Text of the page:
Retailers are upbeat about the new female focus. “Now they’re more appealing stylewise, [while] offering the benefit of comfort features,” said Bobby Adler, GM at Paramus, N.J.-based Globe Shoes, which has been selling the brand for three decades.
To spark interest among female customers, Rockport will continue its collaboration with model and actress Erin Wasson, who will be the face of the brand in its 2013 ad campaign.
Overall, “we are in a lucky position that we’re growing,” Reiss-Schmidt said. “If the economic situation was better, our business would be even better. But we have still been able to gain share.”
How have you gotten the brand back on track?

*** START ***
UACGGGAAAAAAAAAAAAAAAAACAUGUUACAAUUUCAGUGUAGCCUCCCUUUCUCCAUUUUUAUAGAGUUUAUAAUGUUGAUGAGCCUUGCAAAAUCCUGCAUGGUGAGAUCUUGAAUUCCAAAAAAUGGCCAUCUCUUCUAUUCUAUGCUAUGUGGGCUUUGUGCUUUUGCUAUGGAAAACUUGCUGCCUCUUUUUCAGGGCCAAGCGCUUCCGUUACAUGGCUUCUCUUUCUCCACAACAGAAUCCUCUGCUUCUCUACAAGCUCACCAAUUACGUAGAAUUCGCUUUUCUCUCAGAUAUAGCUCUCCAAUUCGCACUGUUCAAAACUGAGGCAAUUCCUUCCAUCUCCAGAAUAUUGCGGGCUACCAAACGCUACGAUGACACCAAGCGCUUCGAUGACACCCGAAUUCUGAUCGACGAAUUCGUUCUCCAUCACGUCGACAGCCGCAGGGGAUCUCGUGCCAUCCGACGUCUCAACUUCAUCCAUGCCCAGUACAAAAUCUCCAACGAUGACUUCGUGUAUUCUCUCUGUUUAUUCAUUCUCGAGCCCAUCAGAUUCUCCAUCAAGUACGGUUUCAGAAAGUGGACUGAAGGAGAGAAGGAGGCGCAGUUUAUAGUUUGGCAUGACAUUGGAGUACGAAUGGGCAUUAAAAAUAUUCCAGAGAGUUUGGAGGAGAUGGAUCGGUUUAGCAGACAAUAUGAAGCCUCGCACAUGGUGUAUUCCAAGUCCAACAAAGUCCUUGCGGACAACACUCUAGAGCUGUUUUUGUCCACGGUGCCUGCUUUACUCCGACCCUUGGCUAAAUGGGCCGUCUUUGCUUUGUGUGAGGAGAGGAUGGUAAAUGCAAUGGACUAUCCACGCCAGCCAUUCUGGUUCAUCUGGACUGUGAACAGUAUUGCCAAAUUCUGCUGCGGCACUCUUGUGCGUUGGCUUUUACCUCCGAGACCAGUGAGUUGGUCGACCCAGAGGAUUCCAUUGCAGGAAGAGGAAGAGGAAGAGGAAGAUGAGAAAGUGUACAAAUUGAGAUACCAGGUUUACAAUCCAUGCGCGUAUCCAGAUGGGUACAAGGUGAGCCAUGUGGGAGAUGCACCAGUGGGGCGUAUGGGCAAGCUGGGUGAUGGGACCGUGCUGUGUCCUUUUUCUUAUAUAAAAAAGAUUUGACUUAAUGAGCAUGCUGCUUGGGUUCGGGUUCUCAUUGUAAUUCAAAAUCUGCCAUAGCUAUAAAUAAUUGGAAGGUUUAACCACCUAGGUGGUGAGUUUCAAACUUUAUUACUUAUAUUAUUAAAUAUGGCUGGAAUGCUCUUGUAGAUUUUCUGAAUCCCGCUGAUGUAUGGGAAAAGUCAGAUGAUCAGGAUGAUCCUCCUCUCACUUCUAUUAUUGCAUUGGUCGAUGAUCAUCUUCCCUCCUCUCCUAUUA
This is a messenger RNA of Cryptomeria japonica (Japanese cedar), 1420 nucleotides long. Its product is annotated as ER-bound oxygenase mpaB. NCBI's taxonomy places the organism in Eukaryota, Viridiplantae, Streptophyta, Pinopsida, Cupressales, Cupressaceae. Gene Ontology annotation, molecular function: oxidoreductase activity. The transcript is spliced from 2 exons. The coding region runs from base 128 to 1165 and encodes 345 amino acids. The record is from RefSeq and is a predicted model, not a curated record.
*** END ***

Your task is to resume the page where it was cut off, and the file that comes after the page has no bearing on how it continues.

TRS: Rockport had not been doing well because of [tired] product. Now, product is the main reason for [its] comeback. We have shoes again that are truly innovative by using sports technology in a smart way. Not as a marketing story, but as a way that’s effective. We have styles for which consumers are willing to pay a premium. We’re not discussing price, but talking about new ideas.
What are you most excited about for fall ’13?
TRS: [Product] under the heading “lightness.” It’s part of the brand’s DNA, and we’ve gotten a great reaction. We’re expanding the lightweight concept for fall ’13 [in collections including] RocSports Lite, TruWalk Zero and men’s Ledge Hill [styles] that go from dress casual to casual. [They’re franchises] created in 2012 that we’re building on in spring ’13, then developing further in fall. [To] refocus Rockport as an innovation leader requires not being innovative for one season, but working on keeping the pipeline full. Total Motion is a new [technology] we’re launching in a limited way for fall ’13 that’s lightweight, but combines flexibility and stability in a completely new way.